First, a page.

Pancreatic Endocrine and Exocrine Functions in Patients with Autoimmune Pancreatitis


Numberof patients


Onset of diabetessecondary topancreatic disorder (%)

Chronic pancreatitis




Acute pancreatitis




Autoimmune pancreatitis




Pancreatic injury




Pancreatic cancer




Pancreatic endocrine tumor




Pancreatic cystic tumor




Other tumors




After pancreatectomy




Pancreatic hemochromatosis




Pancreatic hypoplasia












Modified from Ref. [22]

Previously, we demonstrated for the first time that endocrine pancreas showed the dysfunction of both insulin secretion from beta cells and glucagon secretion from alpha cells in patients with AIP [27]. These findings mean that endocrine dysfunction in AIP is a secondary pancreatic diabetes mellitus, unlike primary diabetes mellitus, in which glucagon secretion is preserved [27]. Furthermore, the results of histological findings in AIP showed markedly that fibrosis and lymphoplasmacytic cell infiltration were observed strongly around the islet cell, but the islet cell was revealed to be almost intact [27]. Therefore, the onset mechanism of endocrine dysfunction in AIP is considered to be as follows: At first, rapid inflammatory cell infiltration and fibrosis induce the reduction in blood flow in exocrine pancreas, and subsequently, islet cells fall into ischemia because of the reduction in blood flow, and then circulation failure causes the dysfunction of hormone secretion from islet cells, such as alpha cells and beta cells. However, interestingly, Tanaka et al. [28] reported that the volume of beta cells was reduced in patients with AIP, but the volume of alpha cells in AIP did not differ from that of type 2 diabetes by immunohistologic examination. Accordingly, exocrine dysfunction in AIP, especially insulin secretion from beta cells, may be induced not only by circulation failure in islet cells but also by the reduction in the number of beta cells. However, details need to be clarified in the future. After all, the mechanism of pathogenesis of diabetes mellitus is assumed to be affected by both of the following disorders [11, 28]: obstructed blood flow to the endocrine glands (islets of Langerhans) associated with the fibrosis of the exocrine glands and damaged islets of Langerhans due to the spreading of inflammation [11, 28].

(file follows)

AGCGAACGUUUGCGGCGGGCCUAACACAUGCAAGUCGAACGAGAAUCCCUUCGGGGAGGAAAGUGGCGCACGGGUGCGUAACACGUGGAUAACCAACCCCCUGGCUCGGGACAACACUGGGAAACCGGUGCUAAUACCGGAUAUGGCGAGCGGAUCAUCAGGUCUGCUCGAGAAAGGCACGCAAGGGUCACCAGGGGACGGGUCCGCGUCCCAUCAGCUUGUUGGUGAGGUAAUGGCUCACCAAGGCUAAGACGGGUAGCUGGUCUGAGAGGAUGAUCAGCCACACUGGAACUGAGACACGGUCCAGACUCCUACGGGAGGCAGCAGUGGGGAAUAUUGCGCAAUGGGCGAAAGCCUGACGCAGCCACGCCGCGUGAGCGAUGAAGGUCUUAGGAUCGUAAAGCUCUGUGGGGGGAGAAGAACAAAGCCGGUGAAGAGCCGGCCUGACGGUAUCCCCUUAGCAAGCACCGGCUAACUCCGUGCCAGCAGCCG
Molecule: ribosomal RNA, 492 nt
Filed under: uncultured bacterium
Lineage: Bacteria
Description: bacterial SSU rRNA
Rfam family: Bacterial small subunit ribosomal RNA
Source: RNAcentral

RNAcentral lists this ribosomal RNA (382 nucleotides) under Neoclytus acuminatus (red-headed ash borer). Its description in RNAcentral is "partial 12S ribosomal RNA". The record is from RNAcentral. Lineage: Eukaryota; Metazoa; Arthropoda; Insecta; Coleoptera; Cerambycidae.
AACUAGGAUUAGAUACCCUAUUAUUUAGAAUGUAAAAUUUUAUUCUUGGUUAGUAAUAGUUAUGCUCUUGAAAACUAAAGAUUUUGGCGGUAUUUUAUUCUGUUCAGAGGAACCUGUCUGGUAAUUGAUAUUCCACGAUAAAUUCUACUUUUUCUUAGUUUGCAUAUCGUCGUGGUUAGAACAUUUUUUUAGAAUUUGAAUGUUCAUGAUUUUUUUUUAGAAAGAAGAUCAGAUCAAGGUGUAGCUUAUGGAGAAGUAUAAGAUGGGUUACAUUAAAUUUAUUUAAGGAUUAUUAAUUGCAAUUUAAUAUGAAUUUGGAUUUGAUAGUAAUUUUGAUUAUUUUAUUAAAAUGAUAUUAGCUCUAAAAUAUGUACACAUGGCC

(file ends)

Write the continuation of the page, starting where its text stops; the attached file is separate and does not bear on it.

Exocrine Dysfunction Associated with Type 1 AIP

AIP is in many cases associated with pancreatic exocrine dysfunction. According to the nationwide survey conducted in Japan in 2000, 80.6 % of patients with AIP showed abnormal pancreatic exocrine function in which the abnormality is defined as 70 % or lower secretion in the BT-PABA (PFD test), and 70.0 % of the cases showed exocrine dysfunction (as determined by the secretin test), comparable to that in confirmed cases of chronic pancreatitis [15]. From our detailed examination of secretin test, differences of results between chronic pancreatitis and AIP were clarified [27]. Patients with chronic pancreatic exocrine dysfunction examined by secretin test revealed especially the reduction in bicarbonate concentration, whereas main reductions in patients with AIP were in volume and amylase output. The reason for these differences between chronic pancreatitis and AIP was determined by histological examination as follows: Destruction of the basement membranes of the pancreatic duct in chronic pancreatitis was observed. Therefore, as pancreatic ducts assume the responsibility of bicarbonate secretion, bicarbonate secretion in chronic pancreatitis by secretin test may be reduced. On the other hand, most basement membranes in AIP were intact, so bicarbonate secretion was preserved. However, stenoses of pancreatic ducts cause disturbances in pancreatic juice flow in AIP, and therefore, volume and amylase output by secretin test may be reduced. Of course, if the basement membranes were destroyed, bicarbonate secretion would diminish even in AIP. On this point, Otsuki et al. [29] and Yamaguchi et al. [30, 31] reported certain interesting facts. They examined 2 models of pancreatitis in rats – irreversible pancreatitis induced by intraductal infusion of oleic acid and reversible pancreatitis induced by retrograde intraductal infusion of sodium taurocholate – and noted that the difference between irreversible pancreatitis and reversible pancreatitis depended on the degree of injury of the pancreatic duct, especially injury of the pancreatic ductal basement membranes [2931]. These experimental studies have clearly indicated that the difference between reversible and irreversible pancreatitis depended on the degree of damage of the duct epithelium where pancreatic progenitor cells exist. If the epithelial cells were severely injured, the pancreas could not regenerate [2931]. Furthermore, Song et al. [32] reported that the pattern of fibrosis was mainly loose fibrosis with stromal edema in AIP, whereas it was dense fibrosis in CP. Taken together, it is considered that exocrine function in AIP is reversible to some extent by steroid therapy if the basement membranes of the pancreatic ducts are not destroyed, because the pancreatic ducts are compressed and stenosed by lymphoplasmacytic cell infiltration, which extended from the pancreatic parenchyma to the ducts in most AIP.